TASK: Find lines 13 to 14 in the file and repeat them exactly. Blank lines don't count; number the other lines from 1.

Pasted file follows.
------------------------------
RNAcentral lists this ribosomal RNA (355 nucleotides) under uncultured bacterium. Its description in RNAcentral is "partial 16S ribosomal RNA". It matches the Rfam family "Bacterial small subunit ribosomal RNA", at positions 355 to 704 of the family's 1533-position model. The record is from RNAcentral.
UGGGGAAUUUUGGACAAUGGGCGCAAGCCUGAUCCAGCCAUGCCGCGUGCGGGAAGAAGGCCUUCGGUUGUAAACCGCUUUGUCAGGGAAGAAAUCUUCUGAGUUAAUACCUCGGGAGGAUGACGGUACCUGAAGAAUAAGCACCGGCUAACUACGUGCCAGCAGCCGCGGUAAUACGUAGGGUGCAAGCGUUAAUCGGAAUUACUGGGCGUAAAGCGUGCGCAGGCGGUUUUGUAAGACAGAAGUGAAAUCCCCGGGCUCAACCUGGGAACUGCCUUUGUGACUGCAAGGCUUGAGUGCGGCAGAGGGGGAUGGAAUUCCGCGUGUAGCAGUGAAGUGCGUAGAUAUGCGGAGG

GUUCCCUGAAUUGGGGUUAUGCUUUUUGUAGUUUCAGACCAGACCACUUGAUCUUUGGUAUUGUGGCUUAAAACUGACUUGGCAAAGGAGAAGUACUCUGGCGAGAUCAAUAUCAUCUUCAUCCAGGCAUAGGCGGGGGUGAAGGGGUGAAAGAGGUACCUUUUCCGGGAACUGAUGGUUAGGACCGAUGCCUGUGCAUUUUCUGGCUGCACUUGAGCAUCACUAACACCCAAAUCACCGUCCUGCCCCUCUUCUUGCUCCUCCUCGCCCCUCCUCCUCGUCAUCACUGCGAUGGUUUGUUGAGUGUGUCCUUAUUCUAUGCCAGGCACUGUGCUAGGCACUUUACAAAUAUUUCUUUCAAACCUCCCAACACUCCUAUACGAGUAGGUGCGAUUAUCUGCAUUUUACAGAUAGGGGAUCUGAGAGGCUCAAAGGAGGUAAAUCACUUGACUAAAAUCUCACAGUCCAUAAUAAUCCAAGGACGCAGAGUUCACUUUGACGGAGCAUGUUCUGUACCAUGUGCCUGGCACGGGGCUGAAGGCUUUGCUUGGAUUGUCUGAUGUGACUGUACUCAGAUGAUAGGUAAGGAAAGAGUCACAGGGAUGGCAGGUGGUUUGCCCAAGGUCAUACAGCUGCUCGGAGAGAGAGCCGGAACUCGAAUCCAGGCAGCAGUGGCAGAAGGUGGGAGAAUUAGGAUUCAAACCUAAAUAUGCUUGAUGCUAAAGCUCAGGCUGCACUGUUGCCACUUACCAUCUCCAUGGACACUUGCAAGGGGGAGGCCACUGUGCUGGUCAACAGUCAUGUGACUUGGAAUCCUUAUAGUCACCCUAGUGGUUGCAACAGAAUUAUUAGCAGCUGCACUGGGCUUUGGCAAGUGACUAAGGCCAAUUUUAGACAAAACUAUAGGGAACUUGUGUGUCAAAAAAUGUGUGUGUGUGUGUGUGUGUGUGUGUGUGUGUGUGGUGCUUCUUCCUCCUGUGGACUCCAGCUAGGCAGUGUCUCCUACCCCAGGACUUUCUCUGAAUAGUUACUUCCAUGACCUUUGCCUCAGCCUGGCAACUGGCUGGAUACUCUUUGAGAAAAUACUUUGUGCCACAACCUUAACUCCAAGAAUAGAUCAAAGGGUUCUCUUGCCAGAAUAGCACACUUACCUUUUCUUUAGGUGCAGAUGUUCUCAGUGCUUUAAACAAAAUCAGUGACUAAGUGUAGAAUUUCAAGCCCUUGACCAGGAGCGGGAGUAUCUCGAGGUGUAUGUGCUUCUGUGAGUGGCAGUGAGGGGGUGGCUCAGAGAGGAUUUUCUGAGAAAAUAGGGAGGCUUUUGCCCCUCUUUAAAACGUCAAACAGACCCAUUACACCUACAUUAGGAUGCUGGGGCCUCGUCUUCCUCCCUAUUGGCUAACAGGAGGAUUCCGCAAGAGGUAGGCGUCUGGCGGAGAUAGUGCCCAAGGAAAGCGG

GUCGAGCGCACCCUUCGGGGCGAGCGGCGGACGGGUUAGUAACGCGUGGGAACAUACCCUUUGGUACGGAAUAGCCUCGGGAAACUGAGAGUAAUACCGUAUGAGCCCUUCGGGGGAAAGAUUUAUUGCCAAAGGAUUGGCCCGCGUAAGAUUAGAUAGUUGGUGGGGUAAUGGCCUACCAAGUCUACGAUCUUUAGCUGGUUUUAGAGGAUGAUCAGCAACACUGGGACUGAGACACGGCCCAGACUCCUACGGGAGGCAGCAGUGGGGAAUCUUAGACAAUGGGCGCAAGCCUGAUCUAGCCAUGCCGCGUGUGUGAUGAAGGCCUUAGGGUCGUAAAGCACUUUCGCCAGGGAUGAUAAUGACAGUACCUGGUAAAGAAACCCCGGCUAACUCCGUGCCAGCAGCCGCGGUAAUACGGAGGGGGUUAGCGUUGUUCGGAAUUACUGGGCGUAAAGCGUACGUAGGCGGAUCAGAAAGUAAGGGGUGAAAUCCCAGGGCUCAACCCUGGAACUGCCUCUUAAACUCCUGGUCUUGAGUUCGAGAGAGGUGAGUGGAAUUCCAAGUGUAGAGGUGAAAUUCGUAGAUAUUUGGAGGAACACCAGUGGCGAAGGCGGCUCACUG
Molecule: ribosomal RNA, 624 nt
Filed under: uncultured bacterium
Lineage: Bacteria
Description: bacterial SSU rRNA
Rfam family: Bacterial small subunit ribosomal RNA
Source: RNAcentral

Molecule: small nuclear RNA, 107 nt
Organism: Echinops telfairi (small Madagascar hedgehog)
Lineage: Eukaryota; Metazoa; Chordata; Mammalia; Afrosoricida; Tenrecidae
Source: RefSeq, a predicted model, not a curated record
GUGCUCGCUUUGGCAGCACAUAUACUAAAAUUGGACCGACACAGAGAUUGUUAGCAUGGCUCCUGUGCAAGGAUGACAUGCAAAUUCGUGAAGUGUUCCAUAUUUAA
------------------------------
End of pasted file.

Lineage: Eukaryota; Metazoa; Chordata; Mammalia; Afrosoricida; Tenrecidae
Source: RefSeq, a predicted model, not a curated record